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How to Parent for Purity in the 21st Century

Last Updated: January 22, 2018

John Fort
John Fort

John Fort, MST, is the Director of Training for Be Broken Ministries where he oversees online training on Pure Life Academy. He is also a co-founder and board member of the Sexual Integrity Leadership Summit. John is a regular speaker on parenting and is the author of Father-Son Accountability: Integrity Through Relationship.

When my wife and I began guiding our children on the journey to sexual purity, I felt overwhelmed. My parents never talked to me about anything other than the most rudimentary “birds and the bees” speech.

I was afraid my kids would run screaming from the room. I didn’t know enough about social media to effectively help my kids in that area. Most of all, I felt disqualified before I began because my own past included so many mistakes with purity. But, I knew my kids didn’t stand a chance in the hyper-sexualized world we now live in. I could not abandon them to wander such danger alone.

Boy using his smartphone on the camping

We as parents don’t have to be perfect.

In fact, it is our own failures in sexual purity that qualifiy us as mentors.

My children now tell me their greatest fear was that we would not understand how they feel. But I do understand. I know what it is like to feel the allure of pornography even though I know it would destroy me. I know what it is like as a kid to be shown pornography by a friend. I know what it is like to feel ashamed at what I let myself see and allowed my mind to imagine. Parents do know what our kids will feel. We have been there. As such, we are the best mentors for them, even if we still have a way to go ourselves.

Related: Failure–The Making of a Mentor

I learned to treat my older children like partners on the journey.

I share with them as much as they share with me. Children are far more receptive to our input when we are as open with them as we ask them to be with us.

One example is our Internet Accountability Reports. Having Internet Accountability software on every device our children touch is a must. However, somewhere between ages 12 and 14, we need to make that a two-way street. In other words, our Accountability Reports are sent to them as well. Sound scary? Think of it this way—not wanting our own child to see us looking at something inappropriate is high motivation to keep it clean. It helps us as well as our children.

We can even share when we allow our minds to wander into unhealthy areas. It happens to all of us now and then, and our children need to know they can admit these things. We can set an example and admit to our children that we, like most adults, sometimes allow sexual thoughts to linger. I don’t mean to describe details, only that they were sexual in nature.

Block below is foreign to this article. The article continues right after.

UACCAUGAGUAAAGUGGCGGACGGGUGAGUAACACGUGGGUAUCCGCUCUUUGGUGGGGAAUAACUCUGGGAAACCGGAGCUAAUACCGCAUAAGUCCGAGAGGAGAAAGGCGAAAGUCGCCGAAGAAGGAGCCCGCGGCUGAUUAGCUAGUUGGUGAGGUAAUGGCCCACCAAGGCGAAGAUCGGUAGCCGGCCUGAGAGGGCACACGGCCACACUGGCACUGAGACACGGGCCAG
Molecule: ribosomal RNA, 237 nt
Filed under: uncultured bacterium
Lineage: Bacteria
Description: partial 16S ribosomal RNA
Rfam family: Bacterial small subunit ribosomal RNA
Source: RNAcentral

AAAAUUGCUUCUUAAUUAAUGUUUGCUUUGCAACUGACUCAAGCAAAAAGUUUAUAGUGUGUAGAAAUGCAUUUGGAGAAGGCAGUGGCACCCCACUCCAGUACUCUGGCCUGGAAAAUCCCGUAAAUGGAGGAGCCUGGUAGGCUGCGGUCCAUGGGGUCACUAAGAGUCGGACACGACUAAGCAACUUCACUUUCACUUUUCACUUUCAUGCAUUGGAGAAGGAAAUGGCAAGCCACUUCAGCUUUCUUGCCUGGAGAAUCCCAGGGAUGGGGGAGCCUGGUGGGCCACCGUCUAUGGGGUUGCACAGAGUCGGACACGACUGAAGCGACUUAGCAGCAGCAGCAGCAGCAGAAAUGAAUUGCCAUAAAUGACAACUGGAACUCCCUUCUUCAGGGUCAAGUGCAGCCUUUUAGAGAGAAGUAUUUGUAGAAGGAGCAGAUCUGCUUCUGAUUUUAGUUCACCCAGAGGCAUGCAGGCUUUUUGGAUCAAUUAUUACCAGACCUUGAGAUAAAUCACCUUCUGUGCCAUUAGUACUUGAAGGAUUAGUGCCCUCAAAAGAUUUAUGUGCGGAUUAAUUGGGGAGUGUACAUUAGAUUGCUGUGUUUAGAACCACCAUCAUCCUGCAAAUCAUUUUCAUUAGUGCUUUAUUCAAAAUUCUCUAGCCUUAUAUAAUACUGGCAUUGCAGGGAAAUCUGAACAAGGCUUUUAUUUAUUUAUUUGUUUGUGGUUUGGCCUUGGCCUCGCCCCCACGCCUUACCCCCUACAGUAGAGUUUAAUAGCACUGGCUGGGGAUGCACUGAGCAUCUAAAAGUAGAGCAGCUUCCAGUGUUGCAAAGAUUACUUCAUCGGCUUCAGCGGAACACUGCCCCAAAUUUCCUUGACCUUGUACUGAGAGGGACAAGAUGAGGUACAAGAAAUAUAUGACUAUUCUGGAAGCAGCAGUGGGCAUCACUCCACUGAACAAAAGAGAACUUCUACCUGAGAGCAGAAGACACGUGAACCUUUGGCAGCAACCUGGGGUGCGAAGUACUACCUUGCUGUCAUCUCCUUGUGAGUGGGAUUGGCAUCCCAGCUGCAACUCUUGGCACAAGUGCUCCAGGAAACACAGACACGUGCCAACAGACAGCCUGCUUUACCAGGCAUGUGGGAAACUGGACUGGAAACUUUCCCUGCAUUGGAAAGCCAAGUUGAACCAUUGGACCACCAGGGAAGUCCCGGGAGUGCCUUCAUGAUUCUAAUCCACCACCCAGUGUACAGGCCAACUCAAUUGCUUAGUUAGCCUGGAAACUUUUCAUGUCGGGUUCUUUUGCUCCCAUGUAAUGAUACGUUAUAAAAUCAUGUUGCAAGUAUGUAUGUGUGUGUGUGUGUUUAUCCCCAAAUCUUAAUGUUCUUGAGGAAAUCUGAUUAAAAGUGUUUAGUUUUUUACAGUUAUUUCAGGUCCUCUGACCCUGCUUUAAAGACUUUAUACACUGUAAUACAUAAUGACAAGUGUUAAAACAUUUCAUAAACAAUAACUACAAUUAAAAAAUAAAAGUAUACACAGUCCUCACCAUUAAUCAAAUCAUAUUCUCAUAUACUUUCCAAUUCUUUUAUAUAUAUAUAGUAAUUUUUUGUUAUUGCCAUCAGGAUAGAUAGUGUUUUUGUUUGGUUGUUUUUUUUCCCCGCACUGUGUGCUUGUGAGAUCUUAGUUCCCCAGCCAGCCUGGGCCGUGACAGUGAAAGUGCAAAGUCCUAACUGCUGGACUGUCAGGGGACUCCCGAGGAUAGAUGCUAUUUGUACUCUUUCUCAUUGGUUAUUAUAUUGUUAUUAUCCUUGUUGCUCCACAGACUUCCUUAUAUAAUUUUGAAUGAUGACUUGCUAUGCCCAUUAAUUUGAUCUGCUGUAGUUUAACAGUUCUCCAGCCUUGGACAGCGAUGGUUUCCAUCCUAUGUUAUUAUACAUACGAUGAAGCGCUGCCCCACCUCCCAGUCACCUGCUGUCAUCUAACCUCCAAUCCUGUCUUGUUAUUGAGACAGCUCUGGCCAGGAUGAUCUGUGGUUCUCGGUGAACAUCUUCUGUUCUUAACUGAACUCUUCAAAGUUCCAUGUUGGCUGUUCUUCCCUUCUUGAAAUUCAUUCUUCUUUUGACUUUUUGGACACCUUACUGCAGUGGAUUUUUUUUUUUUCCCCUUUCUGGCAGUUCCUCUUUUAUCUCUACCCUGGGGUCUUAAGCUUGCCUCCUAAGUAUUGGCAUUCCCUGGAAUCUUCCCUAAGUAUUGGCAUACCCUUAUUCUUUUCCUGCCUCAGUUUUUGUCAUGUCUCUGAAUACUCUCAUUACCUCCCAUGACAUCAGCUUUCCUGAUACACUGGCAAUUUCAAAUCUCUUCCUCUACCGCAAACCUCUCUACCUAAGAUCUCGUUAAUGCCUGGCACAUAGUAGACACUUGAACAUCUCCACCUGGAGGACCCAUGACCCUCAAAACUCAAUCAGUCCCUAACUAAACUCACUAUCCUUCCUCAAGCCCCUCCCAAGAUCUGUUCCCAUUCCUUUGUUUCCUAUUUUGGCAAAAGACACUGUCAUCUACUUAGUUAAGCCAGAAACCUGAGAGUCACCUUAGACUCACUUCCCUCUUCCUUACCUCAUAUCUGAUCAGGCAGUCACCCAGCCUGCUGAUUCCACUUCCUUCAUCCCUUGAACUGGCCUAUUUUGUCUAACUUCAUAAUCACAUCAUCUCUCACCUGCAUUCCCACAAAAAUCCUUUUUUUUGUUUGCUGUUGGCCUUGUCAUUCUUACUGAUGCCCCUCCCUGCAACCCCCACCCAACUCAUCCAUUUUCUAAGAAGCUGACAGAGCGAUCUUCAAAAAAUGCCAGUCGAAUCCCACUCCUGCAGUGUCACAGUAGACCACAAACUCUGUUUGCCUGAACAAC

Sharing removes secrecy and diminishes the power of fantasy. The first time I had to admit fantasy to my son I was afraid he would dismiss me as a role model. Instead, his exact words were, “I’m so glad I’m not the only one.” He became much more open after that. Again, imperfect parents make better mentors.

Related: What Your Sexual Fantasies (Might) Say About You

I taught my children they need others to help them on the journey.

My son and I use texting. We text each other any time we feel tempted. Over the years we have come to understand that we are tempted most often when we are sad, lonely or feel rejected. So, now we text each other any time we feel negative emotions, even before temptation occurs. Funny thing, the frequency of temptation really declined after that.

When my son turned 16, I asked him to find others to join his purity journey. He now has three others who get his Accountability Reports, and he meets weekly with another boy his age. He needs to practice managing his own purity before he leaves home.

Related: 3 Accountability Steps to Take Before Your Kids Leave Home

I demonstrate the pursuit of purity is a lifelong process.

No matter how pure we try to be, we will be slimed by unhealthy sexual content from time to time. In this century, we need continual washing, through sharing our experiences with safe people and mutual support. This needs to become part of the culture of our children’s generation if they want any semblance of sexual purity. Our role as parents is to model this behavior. I send my Internet reports to several other men and meet regularly with them to talk through life.

There are many other small tips and lessons to teach children, but these are the overarching principles that have worked well with my own children. This can be done. It is not too hard, and we don’t have to be perfect for it to help our children.

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